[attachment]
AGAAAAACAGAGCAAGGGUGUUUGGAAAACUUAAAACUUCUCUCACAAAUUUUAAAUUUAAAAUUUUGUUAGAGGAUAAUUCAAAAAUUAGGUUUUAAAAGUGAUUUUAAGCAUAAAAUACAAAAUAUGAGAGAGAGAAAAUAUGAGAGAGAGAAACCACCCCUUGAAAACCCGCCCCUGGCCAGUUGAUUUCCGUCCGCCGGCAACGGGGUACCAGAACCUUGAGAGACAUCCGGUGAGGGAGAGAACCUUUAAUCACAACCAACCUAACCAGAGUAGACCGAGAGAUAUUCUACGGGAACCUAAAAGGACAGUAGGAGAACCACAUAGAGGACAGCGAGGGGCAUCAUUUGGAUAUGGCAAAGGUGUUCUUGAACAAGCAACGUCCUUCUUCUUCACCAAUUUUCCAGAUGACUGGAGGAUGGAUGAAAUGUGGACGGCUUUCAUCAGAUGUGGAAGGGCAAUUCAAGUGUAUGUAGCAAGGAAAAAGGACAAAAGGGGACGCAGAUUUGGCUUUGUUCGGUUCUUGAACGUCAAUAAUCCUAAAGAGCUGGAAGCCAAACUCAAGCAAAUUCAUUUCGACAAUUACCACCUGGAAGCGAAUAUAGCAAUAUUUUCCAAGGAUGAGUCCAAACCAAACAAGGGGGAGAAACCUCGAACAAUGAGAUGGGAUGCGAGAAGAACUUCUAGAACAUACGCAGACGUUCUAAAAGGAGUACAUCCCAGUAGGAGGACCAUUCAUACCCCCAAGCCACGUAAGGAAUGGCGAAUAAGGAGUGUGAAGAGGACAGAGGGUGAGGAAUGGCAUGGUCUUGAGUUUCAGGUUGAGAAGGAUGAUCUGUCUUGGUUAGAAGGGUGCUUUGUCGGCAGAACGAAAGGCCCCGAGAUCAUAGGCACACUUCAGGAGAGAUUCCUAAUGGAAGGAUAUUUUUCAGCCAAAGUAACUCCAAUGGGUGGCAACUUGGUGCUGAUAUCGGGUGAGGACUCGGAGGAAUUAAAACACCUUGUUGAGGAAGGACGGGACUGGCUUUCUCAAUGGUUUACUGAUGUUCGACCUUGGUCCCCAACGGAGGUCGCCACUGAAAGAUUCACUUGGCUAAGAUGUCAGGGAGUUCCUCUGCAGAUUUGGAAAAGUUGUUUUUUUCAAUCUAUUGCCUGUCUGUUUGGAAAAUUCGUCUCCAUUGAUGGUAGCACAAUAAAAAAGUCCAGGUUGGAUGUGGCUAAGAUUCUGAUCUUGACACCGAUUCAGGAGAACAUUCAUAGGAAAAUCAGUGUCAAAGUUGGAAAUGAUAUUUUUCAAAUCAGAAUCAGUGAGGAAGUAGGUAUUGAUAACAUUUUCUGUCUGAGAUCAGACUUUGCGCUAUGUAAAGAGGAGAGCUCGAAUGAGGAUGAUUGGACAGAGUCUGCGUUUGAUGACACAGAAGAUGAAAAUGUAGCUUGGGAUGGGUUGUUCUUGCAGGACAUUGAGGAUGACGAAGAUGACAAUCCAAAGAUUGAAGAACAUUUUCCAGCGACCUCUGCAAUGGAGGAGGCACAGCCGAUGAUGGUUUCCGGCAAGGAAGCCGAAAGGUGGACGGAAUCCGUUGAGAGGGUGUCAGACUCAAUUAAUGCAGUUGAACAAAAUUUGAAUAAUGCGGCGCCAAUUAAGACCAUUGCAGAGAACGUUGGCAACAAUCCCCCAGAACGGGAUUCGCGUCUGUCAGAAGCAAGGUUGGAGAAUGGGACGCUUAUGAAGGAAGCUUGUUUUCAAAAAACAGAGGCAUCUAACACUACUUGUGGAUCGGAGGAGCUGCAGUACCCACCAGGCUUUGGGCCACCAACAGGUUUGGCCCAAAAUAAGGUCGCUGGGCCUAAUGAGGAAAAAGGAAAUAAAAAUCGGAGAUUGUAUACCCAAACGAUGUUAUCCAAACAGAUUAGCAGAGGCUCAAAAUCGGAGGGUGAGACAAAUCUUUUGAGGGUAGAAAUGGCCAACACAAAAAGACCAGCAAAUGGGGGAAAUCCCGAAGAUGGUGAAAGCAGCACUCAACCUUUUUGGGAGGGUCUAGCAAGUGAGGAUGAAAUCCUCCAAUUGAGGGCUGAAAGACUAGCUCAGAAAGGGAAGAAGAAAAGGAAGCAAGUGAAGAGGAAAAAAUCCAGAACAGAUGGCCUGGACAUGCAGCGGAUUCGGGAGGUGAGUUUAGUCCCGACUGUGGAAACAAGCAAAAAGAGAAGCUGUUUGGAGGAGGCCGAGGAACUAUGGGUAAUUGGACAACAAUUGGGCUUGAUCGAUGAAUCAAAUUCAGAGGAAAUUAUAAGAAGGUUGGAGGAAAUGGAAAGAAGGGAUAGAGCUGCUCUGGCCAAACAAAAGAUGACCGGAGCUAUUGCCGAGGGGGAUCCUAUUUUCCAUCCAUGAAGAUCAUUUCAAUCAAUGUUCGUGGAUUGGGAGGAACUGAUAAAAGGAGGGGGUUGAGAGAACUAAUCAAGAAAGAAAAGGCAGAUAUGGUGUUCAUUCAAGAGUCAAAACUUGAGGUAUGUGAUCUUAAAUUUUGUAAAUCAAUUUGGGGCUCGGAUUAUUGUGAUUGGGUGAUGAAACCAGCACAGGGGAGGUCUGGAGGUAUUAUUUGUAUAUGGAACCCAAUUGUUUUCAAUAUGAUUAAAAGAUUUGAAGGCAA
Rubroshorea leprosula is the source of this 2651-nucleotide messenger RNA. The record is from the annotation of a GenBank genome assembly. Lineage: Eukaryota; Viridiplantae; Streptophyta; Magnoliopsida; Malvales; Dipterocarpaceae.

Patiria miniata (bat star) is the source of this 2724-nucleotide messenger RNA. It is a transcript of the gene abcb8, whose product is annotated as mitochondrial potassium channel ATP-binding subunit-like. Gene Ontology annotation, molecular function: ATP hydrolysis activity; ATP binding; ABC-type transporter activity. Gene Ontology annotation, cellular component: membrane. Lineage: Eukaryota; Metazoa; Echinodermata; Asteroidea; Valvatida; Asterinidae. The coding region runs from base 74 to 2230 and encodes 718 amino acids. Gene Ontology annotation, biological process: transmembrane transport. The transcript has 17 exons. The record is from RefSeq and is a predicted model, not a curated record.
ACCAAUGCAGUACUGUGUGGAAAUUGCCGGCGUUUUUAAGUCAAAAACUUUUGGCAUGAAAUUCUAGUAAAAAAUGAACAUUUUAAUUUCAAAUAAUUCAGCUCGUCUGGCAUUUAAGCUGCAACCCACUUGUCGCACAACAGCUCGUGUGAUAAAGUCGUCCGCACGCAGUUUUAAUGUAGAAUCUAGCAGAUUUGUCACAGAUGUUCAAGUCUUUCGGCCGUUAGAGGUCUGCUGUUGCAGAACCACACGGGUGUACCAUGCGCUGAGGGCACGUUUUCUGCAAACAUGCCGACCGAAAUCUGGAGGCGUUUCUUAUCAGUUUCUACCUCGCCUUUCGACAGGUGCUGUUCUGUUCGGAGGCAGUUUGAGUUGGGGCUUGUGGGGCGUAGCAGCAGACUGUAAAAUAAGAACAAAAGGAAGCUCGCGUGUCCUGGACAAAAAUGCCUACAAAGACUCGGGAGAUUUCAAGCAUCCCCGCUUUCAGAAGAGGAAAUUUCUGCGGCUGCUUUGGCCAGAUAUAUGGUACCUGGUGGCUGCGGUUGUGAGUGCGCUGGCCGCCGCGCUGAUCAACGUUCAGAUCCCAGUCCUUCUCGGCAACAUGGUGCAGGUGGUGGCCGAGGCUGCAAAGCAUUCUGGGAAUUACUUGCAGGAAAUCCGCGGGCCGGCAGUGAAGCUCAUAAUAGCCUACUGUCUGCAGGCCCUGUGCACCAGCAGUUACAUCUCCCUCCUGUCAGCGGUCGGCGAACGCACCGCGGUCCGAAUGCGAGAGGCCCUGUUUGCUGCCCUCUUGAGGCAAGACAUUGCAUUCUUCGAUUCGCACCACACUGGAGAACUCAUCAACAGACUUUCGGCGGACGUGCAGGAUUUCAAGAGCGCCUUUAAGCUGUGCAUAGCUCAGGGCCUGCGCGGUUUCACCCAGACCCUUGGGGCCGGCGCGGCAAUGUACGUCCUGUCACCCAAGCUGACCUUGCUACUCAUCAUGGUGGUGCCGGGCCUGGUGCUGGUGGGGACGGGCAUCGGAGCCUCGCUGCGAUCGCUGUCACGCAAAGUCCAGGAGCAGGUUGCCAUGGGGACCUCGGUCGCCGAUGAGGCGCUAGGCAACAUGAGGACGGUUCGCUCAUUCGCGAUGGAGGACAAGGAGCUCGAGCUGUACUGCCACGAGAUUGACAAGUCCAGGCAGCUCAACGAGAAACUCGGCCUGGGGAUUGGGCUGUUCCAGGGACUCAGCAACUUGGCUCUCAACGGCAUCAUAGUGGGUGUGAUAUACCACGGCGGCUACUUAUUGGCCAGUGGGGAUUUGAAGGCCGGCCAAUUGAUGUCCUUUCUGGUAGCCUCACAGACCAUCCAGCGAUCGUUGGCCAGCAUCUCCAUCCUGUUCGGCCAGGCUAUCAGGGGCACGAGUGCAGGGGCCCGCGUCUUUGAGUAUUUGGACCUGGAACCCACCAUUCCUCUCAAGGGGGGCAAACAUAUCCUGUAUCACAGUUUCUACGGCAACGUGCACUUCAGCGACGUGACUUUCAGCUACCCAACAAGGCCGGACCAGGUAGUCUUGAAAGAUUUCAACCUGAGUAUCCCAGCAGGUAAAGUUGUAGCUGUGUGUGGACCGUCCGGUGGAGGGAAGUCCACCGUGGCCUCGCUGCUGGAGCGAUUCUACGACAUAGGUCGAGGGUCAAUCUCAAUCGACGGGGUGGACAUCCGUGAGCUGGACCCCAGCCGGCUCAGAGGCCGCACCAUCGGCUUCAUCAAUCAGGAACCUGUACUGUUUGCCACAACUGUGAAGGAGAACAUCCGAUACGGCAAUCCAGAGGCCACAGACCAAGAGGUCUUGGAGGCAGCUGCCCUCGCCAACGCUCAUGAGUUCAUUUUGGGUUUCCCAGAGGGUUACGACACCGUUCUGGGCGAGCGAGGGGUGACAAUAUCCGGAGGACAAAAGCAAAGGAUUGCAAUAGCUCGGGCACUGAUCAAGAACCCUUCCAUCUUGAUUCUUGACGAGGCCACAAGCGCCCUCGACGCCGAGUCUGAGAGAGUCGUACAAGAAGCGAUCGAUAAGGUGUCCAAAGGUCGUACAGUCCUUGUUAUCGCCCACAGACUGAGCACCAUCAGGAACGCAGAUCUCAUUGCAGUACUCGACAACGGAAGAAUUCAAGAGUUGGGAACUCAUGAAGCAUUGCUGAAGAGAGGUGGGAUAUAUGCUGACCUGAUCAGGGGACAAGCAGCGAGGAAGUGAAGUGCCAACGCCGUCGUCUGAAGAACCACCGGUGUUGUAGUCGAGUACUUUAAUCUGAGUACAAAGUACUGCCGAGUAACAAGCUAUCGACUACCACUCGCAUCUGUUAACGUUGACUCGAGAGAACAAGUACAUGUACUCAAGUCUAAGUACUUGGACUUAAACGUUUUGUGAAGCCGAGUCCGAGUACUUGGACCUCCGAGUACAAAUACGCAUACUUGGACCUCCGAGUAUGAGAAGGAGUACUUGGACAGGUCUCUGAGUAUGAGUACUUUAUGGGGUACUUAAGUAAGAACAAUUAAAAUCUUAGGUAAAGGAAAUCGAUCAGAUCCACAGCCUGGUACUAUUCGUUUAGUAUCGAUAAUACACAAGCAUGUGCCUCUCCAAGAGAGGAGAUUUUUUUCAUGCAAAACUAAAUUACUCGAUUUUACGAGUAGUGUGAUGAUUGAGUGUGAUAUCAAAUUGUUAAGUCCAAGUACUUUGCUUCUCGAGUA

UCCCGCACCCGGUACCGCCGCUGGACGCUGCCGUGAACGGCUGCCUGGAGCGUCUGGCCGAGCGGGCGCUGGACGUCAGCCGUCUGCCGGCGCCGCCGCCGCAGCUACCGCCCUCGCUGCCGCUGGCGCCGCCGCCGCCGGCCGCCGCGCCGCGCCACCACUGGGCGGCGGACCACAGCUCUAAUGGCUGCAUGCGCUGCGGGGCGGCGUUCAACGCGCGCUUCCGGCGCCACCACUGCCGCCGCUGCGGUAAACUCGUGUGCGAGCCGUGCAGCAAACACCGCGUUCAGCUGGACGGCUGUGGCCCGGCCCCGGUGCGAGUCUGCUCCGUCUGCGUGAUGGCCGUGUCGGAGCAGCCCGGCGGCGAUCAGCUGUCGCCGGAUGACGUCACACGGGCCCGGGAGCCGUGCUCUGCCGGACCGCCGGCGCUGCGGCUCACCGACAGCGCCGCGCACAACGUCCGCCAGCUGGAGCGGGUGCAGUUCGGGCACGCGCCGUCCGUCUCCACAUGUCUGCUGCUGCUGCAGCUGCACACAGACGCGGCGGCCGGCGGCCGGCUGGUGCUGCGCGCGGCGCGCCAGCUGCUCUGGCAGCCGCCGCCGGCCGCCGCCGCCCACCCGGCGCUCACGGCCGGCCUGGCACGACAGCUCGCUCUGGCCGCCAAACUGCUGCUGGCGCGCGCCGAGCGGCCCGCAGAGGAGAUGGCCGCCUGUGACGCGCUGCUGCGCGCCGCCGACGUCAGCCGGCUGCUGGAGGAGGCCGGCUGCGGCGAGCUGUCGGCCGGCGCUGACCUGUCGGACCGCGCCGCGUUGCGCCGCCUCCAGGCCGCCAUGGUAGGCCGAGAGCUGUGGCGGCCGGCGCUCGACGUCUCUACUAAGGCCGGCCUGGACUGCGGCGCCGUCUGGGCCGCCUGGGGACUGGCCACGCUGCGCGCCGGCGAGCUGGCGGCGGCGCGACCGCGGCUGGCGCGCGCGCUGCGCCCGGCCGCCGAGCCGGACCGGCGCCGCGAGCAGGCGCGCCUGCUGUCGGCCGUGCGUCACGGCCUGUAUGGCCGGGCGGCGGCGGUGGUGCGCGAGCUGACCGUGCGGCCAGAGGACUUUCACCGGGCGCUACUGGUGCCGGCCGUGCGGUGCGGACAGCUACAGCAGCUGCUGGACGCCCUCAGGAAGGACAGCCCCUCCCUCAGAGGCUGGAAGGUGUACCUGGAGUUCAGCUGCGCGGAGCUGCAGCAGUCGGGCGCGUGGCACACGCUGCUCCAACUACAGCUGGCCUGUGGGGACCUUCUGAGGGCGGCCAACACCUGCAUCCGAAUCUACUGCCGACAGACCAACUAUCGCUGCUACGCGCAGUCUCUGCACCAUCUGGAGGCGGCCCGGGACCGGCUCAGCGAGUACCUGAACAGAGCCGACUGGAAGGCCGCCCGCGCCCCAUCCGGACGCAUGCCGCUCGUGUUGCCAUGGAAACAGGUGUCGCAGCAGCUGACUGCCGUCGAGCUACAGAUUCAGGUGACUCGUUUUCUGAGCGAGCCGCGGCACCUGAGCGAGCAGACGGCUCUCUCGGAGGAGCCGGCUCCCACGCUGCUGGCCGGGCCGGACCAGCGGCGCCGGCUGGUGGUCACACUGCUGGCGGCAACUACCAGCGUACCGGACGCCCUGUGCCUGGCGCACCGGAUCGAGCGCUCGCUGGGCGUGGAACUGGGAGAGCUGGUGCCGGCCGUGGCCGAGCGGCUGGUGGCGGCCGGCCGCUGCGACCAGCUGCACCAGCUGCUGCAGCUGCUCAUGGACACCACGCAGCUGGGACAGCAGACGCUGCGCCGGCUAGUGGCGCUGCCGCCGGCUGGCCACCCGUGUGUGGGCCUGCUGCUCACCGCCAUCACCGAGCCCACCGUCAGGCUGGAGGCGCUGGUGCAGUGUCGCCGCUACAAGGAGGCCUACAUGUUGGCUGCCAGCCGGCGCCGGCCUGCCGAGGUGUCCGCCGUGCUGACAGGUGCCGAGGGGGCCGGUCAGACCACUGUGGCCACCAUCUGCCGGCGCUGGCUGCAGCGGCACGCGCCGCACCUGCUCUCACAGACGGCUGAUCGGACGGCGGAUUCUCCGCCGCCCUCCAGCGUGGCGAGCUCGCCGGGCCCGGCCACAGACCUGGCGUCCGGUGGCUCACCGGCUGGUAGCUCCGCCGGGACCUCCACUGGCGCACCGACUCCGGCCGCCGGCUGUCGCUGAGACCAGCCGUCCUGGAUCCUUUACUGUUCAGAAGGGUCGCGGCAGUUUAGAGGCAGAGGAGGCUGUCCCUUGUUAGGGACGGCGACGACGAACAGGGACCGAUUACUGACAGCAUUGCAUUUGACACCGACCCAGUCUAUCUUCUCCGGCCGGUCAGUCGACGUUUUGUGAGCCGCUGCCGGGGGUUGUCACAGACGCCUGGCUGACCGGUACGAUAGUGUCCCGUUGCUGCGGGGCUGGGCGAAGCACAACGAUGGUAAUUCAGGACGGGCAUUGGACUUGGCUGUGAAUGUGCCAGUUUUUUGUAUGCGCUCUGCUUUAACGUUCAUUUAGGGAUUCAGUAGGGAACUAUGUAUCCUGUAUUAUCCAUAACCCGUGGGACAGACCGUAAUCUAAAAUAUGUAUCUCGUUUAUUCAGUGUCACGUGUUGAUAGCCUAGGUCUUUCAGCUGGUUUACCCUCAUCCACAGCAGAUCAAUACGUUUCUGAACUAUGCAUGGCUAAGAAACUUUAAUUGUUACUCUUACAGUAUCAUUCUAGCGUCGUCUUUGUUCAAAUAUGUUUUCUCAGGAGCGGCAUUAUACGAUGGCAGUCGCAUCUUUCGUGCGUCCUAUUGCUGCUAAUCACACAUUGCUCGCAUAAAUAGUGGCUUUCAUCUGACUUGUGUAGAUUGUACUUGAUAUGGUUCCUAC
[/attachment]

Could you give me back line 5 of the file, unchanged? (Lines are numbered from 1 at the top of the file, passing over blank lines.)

UCCCGCACCCGGUACCGCCGCUGGACGCUGCCGUGAACGGCUGCCUGGAGCGUCUGGCCGAGCGGGCGCUGGACGUCAGCCGUCUGCCGGCGCCGCCGCCGCAGCUACCGCCCUCGCUGCCGCUGGCGCCGCCGCCGCCGGCCGCCGCGCCGCGCCACCACUGGGCGGCGGACCACAGCUCUAAUGGCUGCAUGCGCUGCGGGGCGGCGUUCAACGCGCGCUUCCGGCGCCACCACUGCCGCCGCUGCGGUAAACUCGUGUGCGAGCCGUGCAGCAAACACCGCGUUCAGCUGGACGGCUGUGGCCCGGCCCCGGUGCGAGUCUGCUCCGUCUGCGUGAUGGCCGUGUCGGAGCAGCCCGGCGGCGAUCAGCUGUCGCCGGAUGACGUCACACGGGCCCGGGAGCCGUGCUCUGCCGGACCGCCGGCGCUGCGGCUCACCGACAGCGCCGCGCACAACGUCCGCCAGCUGGAGCGGGUGCAGUUCGGGCACGCGCCGUCCGUCUCCACAUGUCUGCUGCUGCUGCAGCUGCACACAGACGCGGCGGCCGGCGGCCGGCUGGUGCUGCGCGCGGCGCGCCAGCUGCUCUGGCAGCCGCCGCCGGCCGCCGCCGCCCACCCGGCGCUCACGGCCGGCCUGGCACGACAGCUCGCUCUGGCCGCCAAACUGCUGCUGGCGCGCGCCGAGCGGCCCGCAGAGGAGAUGGCCGCCUGUGACGCGCUGCUGCGCGCCGCCGACGUCAGCCGGCUGCUGGAGGAGGCCGGCUGCGGCGAGCUGUCGGCCGGCGCUGACCUGUCGGACCGCGCCGCGUUGCGCCGCCUCCAGGCCGCCAUGGUAGGCCGAGAGCUGUGGCGGCCGGCGCUCGACGUCUCUACUAAGGCCGGCCUGGACUGCGGCGCCGUCUGGGCCGCCUGGGGACUGGCCACGCUGCGCGCCGGCGAGCUGGCGGCGGCGCGACCGCGGCUGGCGCGCGCGCUGCGCCCGGCCGCCGAGCCGGACCGGCGCCGCGAGCAGGCGCGCCUGCUGUCGGCCGUGCGUCACGGCCUGUAUGGCCGGGCGGCGGCGGUGGUGCGCGAGCUGACCGUGCGGCCAGAGGACUUUCACCGGGCGCUACUGGUGCCGGCCGUGCGGUGCGGACAGCUACAGCAGCUGCUGGACGCCCUCAGGAAGGACAGCCCCUCCCUCAGAGGCUGGAAGGUGUACCUGGAGUUCAGCUGCGCGGAGCUGCAGCAGUCGGGCGCGUGGCACACGCUGCUCCAACUACAGCUGGCCUGUGGGGACCUUCUGAGGGCGGCCAACACCUGCAUCCGAAUCUACUGCCGACAGACCAACUAUCGCUGCUACGCGCAGUCUCUGCACCAUCUGGAGGCGGCCCGGGACCGGCUCAGCGAGUACCUGAACAGAGCCGACUGGAAGGCCGCCCGCGCCCCAUCCGGACGCAUGCCGCUCGUGUUGCCAUGGAAACAGGUGUCGCAGCAGCUGACUGCCGUCGAGCUACAGAUUCAGGUGACUCGUUUUCUGAGCGAGCCGCGGCACCUGAGCGAGCAGACGGCUCUCUCGGAGGAGCCGGCUCCCACGCUGCUGGCCGGGCCGGACCAGCGGCGCCGGCUGGUGGUCACACUGCUGGCGGCAACUACCAGCGUACCGGACGCCCUGUGCCUGGCGCACCGGAUCGAGCGCUCGCUGGGCGUGGAACUGGGAGAGCUGGUGCCGGCCGUGGCCGAGCGGCUGGUGGCGGCCGGCCGCUGCGACCAGCUGCACCAGCUGCUGCAGCUGCUCAUGGACACCACGCAGCUGGGACAGCAGACGCUGCGCCGGCUAGUGGCGCUGCCGCCGGCUGGCCACCCGUGUGUGGGCCUGCUGCUCACCGCCAUCACCGAGCCCACCGUCAGGCUGGAGGCGCUGGUGCAGUGUCGCCGCUACAAGGAGGCCUACAUGUUGGCUGCCAGCCGGCGCCGGCCUGCCGAGGUGUCCGCCGUGCUGACAGGUGCCGAGGGGGCCGGUCAGACCACUGUGGCCACCAUCUGCCGGCGCUGGCUGCAGCGGCACGCGCCGCACCUGCUCUCACAGACGGCUGAUCGGACGGCGGAUUCUCCGCCGCCCUCCAGCGUGGCGAGCUCGCCGGGCCCGGCCACAGACCUGGCGUCCGGUGGCUCACCGGCUGGUAGCUCCGCCGGGACCUCCACUGGCGCACCGACUCCGGCCGCCGGCUGUCGCUGAGACCAGCCGUCCUGGAUCCUUUACUGUUCAGAAGGGUCGCGGCAGUUUAGAGGCAGAGGAGGCUGUCCCUUGUUAGGGACGGCGACGACGAACAGGGACCGAUUACUGACAGCAUUGCAUUUGACACCGACCCAGUCUAUCUUCUCCGGCCGGUCAGUCGACGUUUUGUGAGCCGCUGCCGGGGGUUGUCACAGACGCCUGGCUGACCGGUACGAUAGUGUCCCGUUGCUGCGGGGCUGGGCGAAGCACAACGAUGGUAAUUCAGGACGGGCAUUGGACUUGGCUGUGAAUGUGCCAGUUUUUUGUAUGCGCUCUGCUUUAACGUUCAUUUAGGGAUUCAGUAGGGAACUAUGUAUCCUGUAUUAUCCAUAACCCGUGGGACAGACCGUAAUCUAAAAUAUGUAUCUCGUUUAUUCAGUGUCACGUGUUGAUAGCCUAGGUCUUUCAGCUGGUUUACCCUCAUCCACAGCAGAUCAAUACGUUUCUGAACUAUGCAUGGCUAAGAAACUUUAAUUGUUACUCUUACAGUAUCAUUCUAGCGUCGUCUUUGUUCAAAUAUGUUUUCUCAGGAGCGGCAUUAUACGAUGGCAGUCGCAUCUUUCGUGCGUCCUAUUGCUGCUAAUCACACAUUGCUCGCAUAAAUAGUGGCUUUCAUCUGACUUGUGUAGAUUGUACUUGAUAUGGUUCCUAC